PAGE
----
White smoke means a Pope has been elected. Black smoke means a Pope has not been elected. Or the Sistine Chapel is on fire. – Philip Gilmore 

The Papal election is the Holy Spirit’s show. God the Father and His son, Jesus, are limited to supporting roles in this drama. Cardinals chant  “Veni, Creator Spiritus” imploring the intervention of the Holy Spirit to help them elect the right Pope.  So the questions that naturally arise among inquisitive minds are, why is the Holy Spirit taking so long to intervene and why so many rounds of voting?

There are several theories to this mystery.

The long wait could indicate that the Holy Spirit is having a hard time making up His mind. Or maybe He has made up His mind but He is enjoying being at center stage for a change so He is playing out the drama for as long as He can, hopefully all the way up to Easter when Jesus, by tradition, gets to hog the spotlight again.

Or maybe He has already spoken but no one can hear Him. Because He speaks too softly and cannot be heard above the din of whispers for this or that papabile.  It’s also possible the Cardinals are really hard of hearing. They have not heard the screams of the victims of sexual abuse, right? Then again maybe the Cardinals hear Him loud and clear but they won’t listen.

But why won’t they listen?

Maybe the Cardinals don’t believe it’s Him talking to them. Or maybe they think they know everything there is to know already. Or maybe they know it’s Him talking but they don’t care because they are papabile and they know that once elected Pope they can communicate directly with God the Father so why waste time on the Third Person in the Trinity. But there could be a simpler explanation:  Cardinals don’t heed disembodied voices because they don’t believe in ghosts.

You probably think those theories are preposterous and border on blasphemy. I do. But let’s face it, the Catholic Church has serious problems.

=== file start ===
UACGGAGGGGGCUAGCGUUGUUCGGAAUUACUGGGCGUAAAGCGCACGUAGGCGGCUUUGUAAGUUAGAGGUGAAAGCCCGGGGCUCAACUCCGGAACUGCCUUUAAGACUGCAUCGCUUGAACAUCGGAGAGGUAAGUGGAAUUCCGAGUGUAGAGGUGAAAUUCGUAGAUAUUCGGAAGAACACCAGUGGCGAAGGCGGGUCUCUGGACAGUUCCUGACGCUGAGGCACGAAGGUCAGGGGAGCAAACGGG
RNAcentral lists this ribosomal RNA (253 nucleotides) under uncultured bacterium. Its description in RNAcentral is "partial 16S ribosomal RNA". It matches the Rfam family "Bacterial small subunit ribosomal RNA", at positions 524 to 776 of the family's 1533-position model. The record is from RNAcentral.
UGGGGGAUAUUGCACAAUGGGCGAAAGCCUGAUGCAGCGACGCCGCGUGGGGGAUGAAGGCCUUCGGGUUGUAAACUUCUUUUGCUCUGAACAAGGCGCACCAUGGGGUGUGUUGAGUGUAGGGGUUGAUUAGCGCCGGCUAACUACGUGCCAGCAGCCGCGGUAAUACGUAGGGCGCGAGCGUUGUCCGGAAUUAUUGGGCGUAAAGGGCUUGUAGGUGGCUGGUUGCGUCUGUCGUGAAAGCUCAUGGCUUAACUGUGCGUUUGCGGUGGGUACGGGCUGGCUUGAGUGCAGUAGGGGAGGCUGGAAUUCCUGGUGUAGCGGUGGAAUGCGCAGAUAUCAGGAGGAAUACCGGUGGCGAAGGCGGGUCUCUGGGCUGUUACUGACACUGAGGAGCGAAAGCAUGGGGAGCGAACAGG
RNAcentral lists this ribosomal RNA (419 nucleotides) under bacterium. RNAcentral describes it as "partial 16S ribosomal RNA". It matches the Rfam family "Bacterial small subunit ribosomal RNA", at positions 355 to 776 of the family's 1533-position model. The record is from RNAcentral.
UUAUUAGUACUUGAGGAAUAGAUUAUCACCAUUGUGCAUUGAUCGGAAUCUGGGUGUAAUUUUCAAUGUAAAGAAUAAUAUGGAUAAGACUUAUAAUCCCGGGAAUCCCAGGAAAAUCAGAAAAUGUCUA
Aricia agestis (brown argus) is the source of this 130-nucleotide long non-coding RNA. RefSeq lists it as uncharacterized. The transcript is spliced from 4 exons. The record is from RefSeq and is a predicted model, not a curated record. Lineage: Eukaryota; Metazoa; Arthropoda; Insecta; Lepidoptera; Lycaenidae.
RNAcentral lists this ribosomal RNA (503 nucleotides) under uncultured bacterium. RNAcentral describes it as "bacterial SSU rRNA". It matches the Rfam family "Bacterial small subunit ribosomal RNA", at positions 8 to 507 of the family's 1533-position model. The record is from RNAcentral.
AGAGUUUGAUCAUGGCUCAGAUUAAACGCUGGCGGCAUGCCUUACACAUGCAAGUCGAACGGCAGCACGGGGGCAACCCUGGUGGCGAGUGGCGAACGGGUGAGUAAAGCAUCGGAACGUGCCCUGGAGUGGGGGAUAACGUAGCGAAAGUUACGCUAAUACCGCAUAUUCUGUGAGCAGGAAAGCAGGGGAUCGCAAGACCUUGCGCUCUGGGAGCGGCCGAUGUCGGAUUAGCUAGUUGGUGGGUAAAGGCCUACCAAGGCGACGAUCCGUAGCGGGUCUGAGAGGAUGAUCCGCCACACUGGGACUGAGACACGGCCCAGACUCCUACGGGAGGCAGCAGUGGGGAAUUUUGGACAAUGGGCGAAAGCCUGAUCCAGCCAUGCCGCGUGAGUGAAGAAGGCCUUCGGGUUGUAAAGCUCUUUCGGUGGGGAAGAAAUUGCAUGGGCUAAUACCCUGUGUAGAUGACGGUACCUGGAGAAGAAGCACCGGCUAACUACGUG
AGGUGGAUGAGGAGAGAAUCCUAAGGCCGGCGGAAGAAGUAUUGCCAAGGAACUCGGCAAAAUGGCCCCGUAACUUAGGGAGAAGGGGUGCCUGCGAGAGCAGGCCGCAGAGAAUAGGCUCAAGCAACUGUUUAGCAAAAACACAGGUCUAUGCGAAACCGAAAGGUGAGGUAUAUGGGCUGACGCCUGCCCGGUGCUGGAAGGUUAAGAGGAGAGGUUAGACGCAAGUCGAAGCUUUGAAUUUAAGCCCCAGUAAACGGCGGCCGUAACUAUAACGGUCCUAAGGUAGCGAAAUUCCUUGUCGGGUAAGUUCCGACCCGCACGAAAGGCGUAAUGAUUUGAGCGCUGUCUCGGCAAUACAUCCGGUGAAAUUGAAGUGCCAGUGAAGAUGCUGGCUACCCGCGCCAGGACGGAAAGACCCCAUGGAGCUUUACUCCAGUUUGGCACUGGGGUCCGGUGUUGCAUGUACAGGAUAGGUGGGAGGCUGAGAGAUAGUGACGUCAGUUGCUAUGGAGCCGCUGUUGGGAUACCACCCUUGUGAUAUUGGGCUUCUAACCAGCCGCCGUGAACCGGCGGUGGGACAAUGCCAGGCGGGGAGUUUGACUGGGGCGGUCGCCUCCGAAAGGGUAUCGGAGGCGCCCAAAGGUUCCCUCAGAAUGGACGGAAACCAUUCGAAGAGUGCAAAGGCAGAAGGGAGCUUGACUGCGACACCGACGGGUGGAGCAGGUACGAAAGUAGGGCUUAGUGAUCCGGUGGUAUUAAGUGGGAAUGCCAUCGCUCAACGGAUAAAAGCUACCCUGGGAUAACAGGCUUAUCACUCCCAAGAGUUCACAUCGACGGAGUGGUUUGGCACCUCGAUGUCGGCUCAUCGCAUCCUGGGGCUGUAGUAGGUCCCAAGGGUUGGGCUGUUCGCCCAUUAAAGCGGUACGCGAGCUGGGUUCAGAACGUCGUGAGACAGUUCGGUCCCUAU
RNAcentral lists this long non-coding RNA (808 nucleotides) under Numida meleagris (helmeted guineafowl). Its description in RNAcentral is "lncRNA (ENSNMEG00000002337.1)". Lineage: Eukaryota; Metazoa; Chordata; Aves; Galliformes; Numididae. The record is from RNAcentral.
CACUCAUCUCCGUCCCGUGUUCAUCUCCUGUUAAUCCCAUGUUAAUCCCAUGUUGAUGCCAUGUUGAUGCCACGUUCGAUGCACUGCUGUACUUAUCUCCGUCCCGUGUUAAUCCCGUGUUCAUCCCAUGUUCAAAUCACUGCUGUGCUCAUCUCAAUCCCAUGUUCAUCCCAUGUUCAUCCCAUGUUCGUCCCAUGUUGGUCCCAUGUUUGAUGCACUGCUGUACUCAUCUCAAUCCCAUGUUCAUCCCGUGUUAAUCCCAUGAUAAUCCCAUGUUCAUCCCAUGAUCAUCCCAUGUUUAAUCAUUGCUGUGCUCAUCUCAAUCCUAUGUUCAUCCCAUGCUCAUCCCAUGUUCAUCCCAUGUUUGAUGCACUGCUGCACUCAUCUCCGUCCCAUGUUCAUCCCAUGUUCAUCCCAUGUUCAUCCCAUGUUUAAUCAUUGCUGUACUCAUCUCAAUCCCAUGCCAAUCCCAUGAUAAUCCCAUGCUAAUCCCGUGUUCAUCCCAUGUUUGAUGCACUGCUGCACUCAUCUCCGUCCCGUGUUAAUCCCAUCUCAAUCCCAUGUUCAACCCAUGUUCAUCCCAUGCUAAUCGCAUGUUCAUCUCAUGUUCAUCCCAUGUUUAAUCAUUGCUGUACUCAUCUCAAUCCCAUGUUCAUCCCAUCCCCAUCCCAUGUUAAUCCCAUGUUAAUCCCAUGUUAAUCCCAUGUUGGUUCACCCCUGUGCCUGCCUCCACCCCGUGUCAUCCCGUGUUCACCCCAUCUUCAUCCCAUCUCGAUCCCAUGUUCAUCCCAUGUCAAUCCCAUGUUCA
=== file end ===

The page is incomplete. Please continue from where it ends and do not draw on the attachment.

Europe and America are losing Catholics faster than Asia, Africa, and South America are winning converts. Consequently, the Church needs a Pope with a better evangelization strategy than spreading the Good News through Tweeter and Facebook. Besides, it’s the message and the messengers more than the medium that needs tweaking. A change in the dress code might also help.

Secondly, the Church has to address the women problem. The majority of its faithful are women and yet the Church won’t allow women to become priests. Why? The Church owes women a more plausible explanation than Jesus reserved the priesthood for men and a more Christian response than “go find something else to do.”

There is the problem of sexual abuse as well. It is not a new problem, it has been around from the very beginning. And it cannot be solved by public relations gimmicks like transparency or turning over offending priests to the criminal justice system.

The Church must analyze whatever it is that is causing the behavior. It cannot simply point to Original Sin as the root cause because ultimately everything goes back to that, at least as far as the Catholic explanation for human weakness goes. The Church does not have to go to the ultimate cause, it can look at intermediate causes.

It can study the asymmetrical power relationship between priests and the faithful. Power is an aphrodisiac for both priests and the laity. Maybe sexual desire cannot be eliminated but a readjustment of power relationships could transform sexual abuse to mutual consent, except in cases of pedophilia which is not exclusive to priests and is best left to behavioral scientists.

Since sexual desire cannot be eradicated, the Church will probably have to reconsider its ban on marriage for priests. That would entail doing a scientific study on homosexuality. The findings may shake the moral foundations of the Church but if it survived Galileo and Darwin, it can certainly survive finding out that God also made homosexuals. Either way, allowing both heterosexual and same sex marriages for priests will bring up the problem of infidelity. It will also bring home the issue of safe sex and contraceptives.

Oh well, that’s why Pope Benedict said “I’m too old for this, I quit.”

Buencamino is a fellow of Action for Economic Reforms.